This isn’t the first time that Wendy’s has introduced a dish with an “Asian flavor.”

A few years ago, Wendy’s unveiled their ​“Asian Chicken Salad”​ which consisted of ​edamame, cashews, grilled chicken breast, sliced cucumbers, diced red bell peppers, and a lettuce blend dressed with a light spicy Asian chili vinaigrette.

Although this chicken salad, like the sriracha sandwich, seems completely benign, I feel it is worth questioning what exactly makes this dish “Asian”?

Is it the edamame?

The cashews?

What ingredients make this salad go from an ordinary salad, to an exciting, “Asian” salad?

Now, I’m not someone who expects Wendy’s to be the kind of restaurant that keeps cultural awareness at the forefront of their recipes, but I feel that some of their dishes are a part of this larger trend of slapping the “Asian” label on any foods that happens to include ingredients like peanuts, mandarin oranges, sriracha, and soy sauce.

Take, for instance, this ​Home Chef “Korean Pork Medallions” recipe​.

At the heart of this recipe lies a, what do you know, ​sriracha​ marinade.

And in spite of the fact that sriracha was created by David Tran, a Vietnamese-American man, this recipe is still given the label of being inspired by “Korean flavors,” which begs my previous question, “what is it about this dish that makes it Korean”?

Running in the same vein, ​this advertisement​ pointed out by Twitter user @CarmanTse showcases bibimbap (a Korean “mixed rice” dish consisting of seasoned vegetable, white rice, red pepper paste, and a fried egg) with kale and avocado which would make any Korean person go, “… excuse me?”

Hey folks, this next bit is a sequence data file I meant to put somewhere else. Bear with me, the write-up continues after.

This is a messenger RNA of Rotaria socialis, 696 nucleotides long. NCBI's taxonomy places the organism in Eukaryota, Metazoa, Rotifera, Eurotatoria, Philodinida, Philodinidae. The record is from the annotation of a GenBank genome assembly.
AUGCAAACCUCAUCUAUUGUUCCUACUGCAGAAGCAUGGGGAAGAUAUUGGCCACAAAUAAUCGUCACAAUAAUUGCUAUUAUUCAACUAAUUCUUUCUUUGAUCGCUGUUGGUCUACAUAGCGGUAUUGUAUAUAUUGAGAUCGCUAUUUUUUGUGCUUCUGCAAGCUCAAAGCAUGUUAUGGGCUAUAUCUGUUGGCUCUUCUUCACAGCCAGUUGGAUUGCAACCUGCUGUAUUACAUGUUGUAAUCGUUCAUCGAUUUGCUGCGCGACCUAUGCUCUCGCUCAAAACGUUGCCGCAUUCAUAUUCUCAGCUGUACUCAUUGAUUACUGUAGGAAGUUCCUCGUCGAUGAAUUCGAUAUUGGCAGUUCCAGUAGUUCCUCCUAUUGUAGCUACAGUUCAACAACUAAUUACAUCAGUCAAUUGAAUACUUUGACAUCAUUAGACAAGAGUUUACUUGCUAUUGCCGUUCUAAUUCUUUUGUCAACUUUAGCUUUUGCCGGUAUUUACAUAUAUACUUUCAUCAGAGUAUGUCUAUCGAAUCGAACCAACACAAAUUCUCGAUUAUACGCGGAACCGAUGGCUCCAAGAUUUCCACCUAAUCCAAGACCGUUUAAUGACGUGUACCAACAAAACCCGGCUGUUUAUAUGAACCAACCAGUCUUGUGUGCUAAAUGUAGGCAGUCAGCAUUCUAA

Photo Credit: CarmanTse/ Twitter

At this point, I’m sure you’re wondering, “why does this even matter? It’s just food. Why do you care?”

And to that, I respond by saying that as a Korean-American who grew up eating the foods that are now becoming the dish du jour, it is upsetting to see foods of my childhood be the source of an inspiration that has little regard for them.

Whenever I see “Asian” dish this or “Asian inspired,” I see dishes made by people who do not understand that Asia is a huge continent with a diversity of cultures, people, and cuisines.

East Asian, Southeast Asian, and South Asian dishes all differ from one another, so the flippant use of the word “Asian” do not do these foods justice and displays a clear lack of specificity.

All too often, I feel that non-western cuisines are not allowed to be autonomous and are, instead, lumped with ingredients that do not make sense and are advocated by people outside of said cuisines’ cultural context.

For instance, a controversial article by Bon Appetit last september featured a white chef showing Bon Appetit’s audience the “proper way” of eating Pho (you can read more about the controversy ​here​ and watch the video ​here​).

Rather than feature a local Vietnamese Pho restaurant to discuss the topic at hand, Bon Appetit opted for a non-Vietnamese man to act as the cultural kiosk for this dish.

Time and time again, people who are not a part of a food’s culture do the dissemination and education as opposed to people who have the cultural background.